Gollum and the Ring of Power

[This post has now been followed up by a loose series labelled ‘But Seriously’ in which I explore the biblical texts on the relation of Church and state.  For now just check other posts under the ‘But Seriously’ heading; I’ll try and get some better indexing or whatever as my blogging skills improve]

I frequently look at the website ‘Ship of Fools’, which is Christianity with a sense of humour.  As well as forums and news it has the ‘Secret Worshipper’ feature where people in effect review church services and comment on them, and some pure fun bits like ‘Signs and Blunders’ – an assortment of usually unintentional ‘gaffes’ from posters, noticeboards, church newsletters etc. (One intentional one I liked was the American church noticeboard saying “Will whoever is praying for snow please stop”!)  One of these features is ‘Born Again’ which amusingly suggests, on the basis of a resemblance, that some well-known figure is a reincarnation of someone (or occasionally something!) else; Ian Paisley of Christopher (Dracula/Saruman) Lee, for instance.  Recently this feature suggested that the new Archbishop of Canterbury, Justin Wellby, might be a reincarnation of Gollum, the Andy Serkis CGI-generated character from the Lord of the Rings.  I sort of saw what they were getting at; but at first I did feel that for once the suggestion was a bit cruel, that ‘Born Again’ had gone too far….

But later I realised that while it might be rather cruel as a personal comment on the Archbishop’s appearance, it might actually be quite relevant as a comment on the reality of the Anglican Church.  Gollum of course starts life as ‘Smeagol’,  an imperfect but not particularly evil hobbit-like person who comes into contact with the One Ring and is led to murder his brother Deagol and ends up as the Gollum we meet in The Hobbit and then in the LOTR saga.  Not a bad person underneath, but corrupted by his addiction to his ‘Precious’, the evil, deceptive and destructive Ring of Power which in the end he simply will not let go of even when this means he casts himself into the fiery Crack of Doom in Mordor.  For the Church of England, the corrupting Ring of Power is the Church’s ‘Precious’ established status….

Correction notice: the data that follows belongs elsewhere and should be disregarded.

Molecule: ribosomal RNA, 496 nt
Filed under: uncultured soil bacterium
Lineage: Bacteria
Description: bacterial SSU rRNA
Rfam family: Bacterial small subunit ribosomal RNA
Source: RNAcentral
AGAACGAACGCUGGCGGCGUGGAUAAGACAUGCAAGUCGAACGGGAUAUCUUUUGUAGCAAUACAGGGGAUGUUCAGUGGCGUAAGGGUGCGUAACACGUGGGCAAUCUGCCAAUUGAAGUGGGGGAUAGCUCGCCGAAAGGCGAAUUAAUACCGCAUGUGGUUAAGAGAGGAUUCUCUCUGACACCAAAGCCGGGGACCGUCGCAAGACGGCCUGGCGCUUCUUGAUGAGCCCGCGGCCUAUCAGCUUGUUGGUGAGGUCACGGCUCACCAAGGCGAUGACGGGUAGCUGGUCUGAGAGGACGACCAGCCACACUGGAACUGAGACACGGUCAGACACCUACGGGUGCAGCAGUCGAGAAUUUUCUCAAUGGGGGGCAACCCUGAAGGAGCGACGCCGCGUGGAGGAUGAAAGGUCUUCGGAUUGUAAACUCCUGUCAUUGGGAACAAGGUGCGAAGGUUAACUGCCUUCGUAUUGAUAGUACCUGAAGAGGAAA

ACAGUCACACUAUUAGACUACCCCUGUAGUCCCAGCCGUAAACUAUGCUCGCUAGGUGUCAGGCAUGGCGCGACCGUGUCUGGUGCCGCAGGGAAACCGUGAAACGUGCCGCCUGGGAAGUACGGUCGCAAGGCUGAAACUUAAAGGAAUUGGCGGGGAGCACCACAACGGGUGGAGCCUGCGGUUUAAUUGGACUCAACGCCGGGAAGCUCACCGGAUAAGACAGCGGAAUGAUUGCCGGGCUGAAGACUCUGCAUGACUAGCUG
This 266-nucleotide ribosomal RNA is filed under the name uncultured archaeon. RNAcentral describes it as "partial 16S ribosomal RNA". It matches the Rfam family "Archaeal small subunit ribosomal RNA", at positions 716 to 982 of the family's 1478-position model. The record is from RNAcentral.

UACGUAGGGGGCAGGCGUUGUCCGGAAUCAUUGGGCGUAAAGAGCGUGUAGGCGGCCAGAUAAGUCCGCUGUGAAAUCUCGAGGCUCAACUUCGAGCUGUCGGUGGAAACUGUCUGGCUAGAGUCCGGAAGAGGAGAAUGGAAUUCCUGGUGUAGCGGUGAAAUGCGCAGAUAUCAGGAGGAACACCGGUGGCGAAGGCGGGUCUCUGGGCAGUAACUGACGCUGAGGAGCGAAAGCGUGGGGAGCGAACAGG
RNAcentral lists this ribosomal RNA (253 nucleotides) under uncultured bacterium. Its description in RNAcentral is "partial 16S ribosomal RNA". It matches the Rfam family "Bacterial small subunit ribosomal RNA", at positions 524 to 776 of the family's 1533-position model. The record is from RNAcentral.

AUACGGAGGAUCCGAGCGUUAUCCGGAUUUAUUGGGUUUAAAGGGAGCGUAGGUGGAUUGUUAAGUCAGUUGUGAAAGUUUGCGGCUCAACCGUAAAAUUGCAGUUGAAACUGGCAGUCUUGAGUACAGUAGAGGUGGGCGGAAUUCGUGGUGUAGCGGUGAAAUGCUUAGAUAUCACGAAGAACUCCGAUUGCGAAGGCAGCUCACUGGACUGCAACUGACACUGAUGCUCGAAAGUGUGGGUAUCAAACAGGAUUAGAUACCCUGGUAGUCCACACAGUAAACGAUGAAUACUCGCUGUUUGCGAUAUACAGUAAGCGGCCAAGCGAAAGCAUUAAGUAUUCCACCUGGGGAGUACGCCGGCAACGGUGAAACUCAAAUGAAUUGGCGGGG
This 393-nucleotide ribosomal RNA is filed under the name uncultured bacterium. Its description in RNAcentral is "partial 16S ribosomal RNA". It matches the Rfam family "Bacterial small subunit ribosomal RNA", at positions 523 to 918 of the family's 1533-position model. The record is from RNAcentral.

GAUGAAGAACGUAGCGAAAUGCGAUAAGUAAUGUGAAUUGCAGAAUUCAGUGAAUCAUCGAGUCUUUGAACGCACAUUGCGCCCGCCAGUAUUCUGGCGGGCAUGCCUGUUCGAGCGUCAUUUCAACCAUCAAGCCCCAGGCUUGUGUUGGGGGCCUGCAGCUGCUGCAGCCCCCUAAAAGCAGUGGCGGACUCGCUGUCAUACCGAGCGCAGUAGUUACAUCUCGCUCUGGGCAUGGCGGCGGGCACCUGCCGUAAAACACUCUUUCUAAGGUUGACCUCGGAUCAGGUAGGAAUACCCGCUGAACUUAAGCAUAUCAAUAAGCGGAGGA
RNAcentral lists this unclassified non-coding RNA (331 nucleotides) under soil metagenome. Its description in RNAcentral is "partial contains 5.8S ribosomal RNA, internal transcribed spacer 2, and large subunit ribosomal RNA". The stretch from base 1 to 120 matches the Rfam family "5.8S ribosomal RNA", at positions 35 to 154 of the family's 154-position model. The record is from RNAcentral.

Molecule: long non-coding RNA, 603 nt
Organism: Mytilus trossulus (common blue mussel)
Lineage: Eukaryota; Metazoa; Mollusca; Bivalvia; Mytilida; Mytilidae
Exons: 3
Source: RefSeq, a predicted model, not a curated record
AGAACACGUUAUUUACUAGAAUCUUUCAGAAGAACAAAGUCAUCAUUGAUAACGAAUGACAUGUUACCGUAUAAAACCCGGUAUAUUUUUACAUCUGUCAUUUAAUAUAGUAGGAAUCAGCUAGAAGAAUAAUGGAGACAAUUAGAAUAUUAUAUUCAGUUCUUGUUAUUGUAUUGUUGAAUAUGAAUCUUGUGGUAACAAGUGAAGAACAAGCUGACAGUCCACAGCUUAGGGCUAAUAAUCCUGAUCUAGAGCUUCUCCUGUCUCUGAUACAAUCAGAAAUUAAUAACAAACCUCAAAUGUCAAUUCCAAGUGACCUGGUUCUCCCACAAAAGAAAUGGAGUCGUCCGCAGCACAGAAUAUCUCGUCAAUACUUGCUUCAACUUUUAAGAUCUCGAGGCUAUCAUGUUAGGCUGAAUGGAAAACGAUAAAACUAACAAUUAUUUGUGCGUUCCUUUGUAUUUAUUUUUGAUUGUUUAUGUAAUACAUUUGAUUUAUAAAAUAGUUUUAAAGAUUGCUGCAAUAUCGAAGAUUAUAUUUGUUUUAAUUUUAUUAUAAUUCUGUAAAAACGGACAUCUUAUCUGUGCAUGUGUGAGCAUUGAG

OK, historically the Church of England didn’t start relatively innocent like Smeagol; it grew out of a Catholic Church already corrupted by being tangled with the state since the days of Constantine, so it started already addicted to its ‘Precious’ in the hands of Henry VIII who wanted religious uniformity and control of his subjects.  Indeed despite a pretty good attempt under Edward and Elizabeth at restoring the Biblical gospel, one could argue that the narrowly national establishment of Anglicanism was a slightly worse form of establishment than the Roman version.  (I should mention here for the record that though currently Anabaptistic much of my early education in Christianity came from Anglicans and I still really appreciate many Anglican scholars like Stott and Packer and other clergy and laity I’ve known myself.)

Right from square one under Henry, the Anglicans persecuted dissenters; not only the Roman Catholics, but also at the other end a party of Dutch Anabaptists were executed by them.  Persecution (such as the imprisonment of John Bunyan) continued till the Act of Toleration under William III, and all manner of petty discrimination carried on even beyond that – exclusion of dissenters from the universities for many years, for example.  However, as will be a major theme of this blog in many of its posts, the big issue is not the obvious problems like wars and persecutions but the simple fact that being an established church is disobeying the Word of God and confusing the gospel teaching in all kinds of ways.  It is particularly frustrating to us serious non-conformists that when one reads books by the like of Richard Dawkins; generally more than half of his criticism of our faith is not dealing with real biblical issues (which he’s usually misunderstood anyway!), but with the completely unnecessary faults and problems of the various established churches, and of others like Ian Paisley who want unbiblical favour and privilege in the state.  We find ourselves having to fight through all that unnecessary stuff – where, let’s be blunt, we agree with Dawkins that it’s wrong – before we can get a hearing for the real biblical teaching.

As things currently stand, the Anglican establishment no longer means the totalitarian uniformity it started as under Henry and Elizabeth; it no longer even means that Anglicans (albeit often nominal) are the majority of the population – partly of course because much of Anglicanism has put people off religion generally.  But still the Church clings resolutely to its destructive ‘Precious’, still the good it does is undermined by the contradictions and practical problems of establishment; still establishment is probably the biggest bar to Christian unity simply because it is impossible to be united with Anglicanism without accepting their entanglement with the state, their position as precisely the kind of ‘kingdom of this world’ that Jesus rejected when he defended himself before Pilate.